I like to think of culture as the memory of history.
– Ana Mendieta
Few artists can, even today, manage to absorb the complexities of European culture and thought, while at the same time removing themselves from a Western-centric recipe and engaging the other, allowing for the non-European, ‘peripheral’ narrative to shift the epicenter and enjoy greater prominence. The subtleties of William Kentridge’s work, and his serpentine weavings of different historico-cultural narratives, place him, for good reason, among the most pertinent and conscientious artists of our time.
William Kentridge: Peripheral Thinking, a retrospective currently on view at the Museum of Modern and Contemporary Art, Seoul, brings together over 100 works, representing more than three decades of artistic practice. The exhibition is a Kentridge extravaganza, and includes numerous video works, video installations, drawings, etchings, sculptures and sculpture installations, and music.
Kentridge has been astutely engaging with, and starting conversations about, histories of colonialism, imperialism, and capitalism, while seeking to re-build collective conscience. Yet his work manages to move beyond political message, to transcend mere propaganda, mainly because Kentridge tends to leave things open-ended, preserving traces of what-was while moving forward, allowing for a perfect balance between knowledgeable control and chance. The historical narrative onto which Kentridge builds allows for a focus of energy towards an open wound, a wound which becomes an opportunity for change, a nudge, a springboard, but also a wound that never completely heals, as the memory of it will always remain. In this case, it is not an “immense piece of cloth in which we can cut out what we will and sew it together again as we please,” to use Henri Bergson’s words, but rather the frantic questioning and sorrowful gathering of the pieces as the only way of re-creation. In many of Kentridge’s works, we see this searching mark, the constant change, the gathering of the pieces, matching perfectly what Kentridge appears to have sought: to reveal, and explore the trauma, and to build from it, with its memory and in its memory. ‘There will be a future!’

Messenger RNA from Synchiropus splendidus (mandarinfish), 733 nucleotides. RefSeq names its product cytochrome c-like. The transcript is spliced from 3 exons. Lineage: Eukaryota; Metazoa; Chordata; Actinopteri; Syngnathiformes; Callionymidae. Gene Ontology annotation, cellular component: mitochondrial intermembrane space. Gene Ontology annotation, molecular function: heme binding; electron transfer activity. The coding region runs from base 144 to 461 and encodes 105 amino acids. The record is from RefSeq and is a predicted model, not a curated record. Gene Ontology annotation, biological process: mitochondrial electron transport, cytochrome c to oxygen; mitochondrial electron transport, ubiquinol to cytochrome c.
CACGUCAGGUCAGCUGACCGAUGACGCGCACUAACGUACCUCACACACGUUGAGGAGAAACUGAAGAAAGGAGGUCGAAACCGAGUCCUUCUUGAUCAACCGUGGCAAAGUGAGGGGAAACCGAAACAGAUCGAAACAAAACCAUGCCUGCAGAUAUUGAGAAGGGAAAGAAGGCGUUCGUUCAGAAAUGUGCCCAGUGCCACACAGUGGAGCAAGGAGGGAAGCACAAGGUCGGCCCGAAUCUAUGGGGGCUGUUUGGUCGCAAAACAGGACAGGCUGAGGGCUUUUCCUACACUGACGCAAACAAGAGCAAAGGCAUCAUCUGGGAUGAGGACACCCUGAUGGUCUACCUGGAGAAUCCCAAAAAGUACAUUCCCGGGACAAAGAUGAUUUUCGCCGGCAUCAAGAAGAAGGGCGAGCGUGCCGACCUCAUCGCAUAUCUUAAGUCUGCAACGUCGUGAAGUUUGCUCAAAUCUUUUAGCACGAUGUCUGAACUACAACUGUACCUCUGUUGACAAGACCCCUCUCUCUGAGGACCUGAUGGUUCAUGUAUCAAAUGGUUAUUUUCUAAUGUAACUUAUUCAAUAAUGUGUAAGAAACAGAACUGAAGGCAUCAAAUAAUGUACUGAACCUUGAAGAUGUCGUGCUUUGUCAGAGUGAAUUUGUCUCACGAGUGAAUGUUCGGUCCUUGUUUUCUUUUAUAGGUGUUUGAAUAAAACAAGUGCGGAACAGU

Kentridge’s work, especially his earlier videos, is busy: poetic, melancholic, twisted, sorrowful, violent at times, or of a quietness characteristic of the acute loneliness of after-destruction, a quietness that is charged, ready to pounce. His work exists, develops, and transforms beyond the confines of the genre—drawing, film, or theater. The work fills the room, leaves itself, and stays with the viewer.
Along with some of his most well known videos, such as “Felix in Exile,” “Stereoscope,” and “Tide Table,” Peripheral Thinking includes a few of Kentridge’s latest projects, one being “Second Hand Reading,” a flip-book animation video set to the music of Neo Muyanga. For this film, Kentridge covers the pages of an encyclopedia with drawings and symbolic imagery such as self-portraits, an African woman dancing and giving a flag-signal, text, and trees from Johannesburg. “THE GIVEN OF THE TEXT” stands out as one of the more powerful frames in the video, an image that encompassed Kentridge’s complexities of thought, his vast number of references (which span from personal to historical, from European culture to African heritage) that he sneaks into his work, as well as his engagement with post-modern theories of art and literature.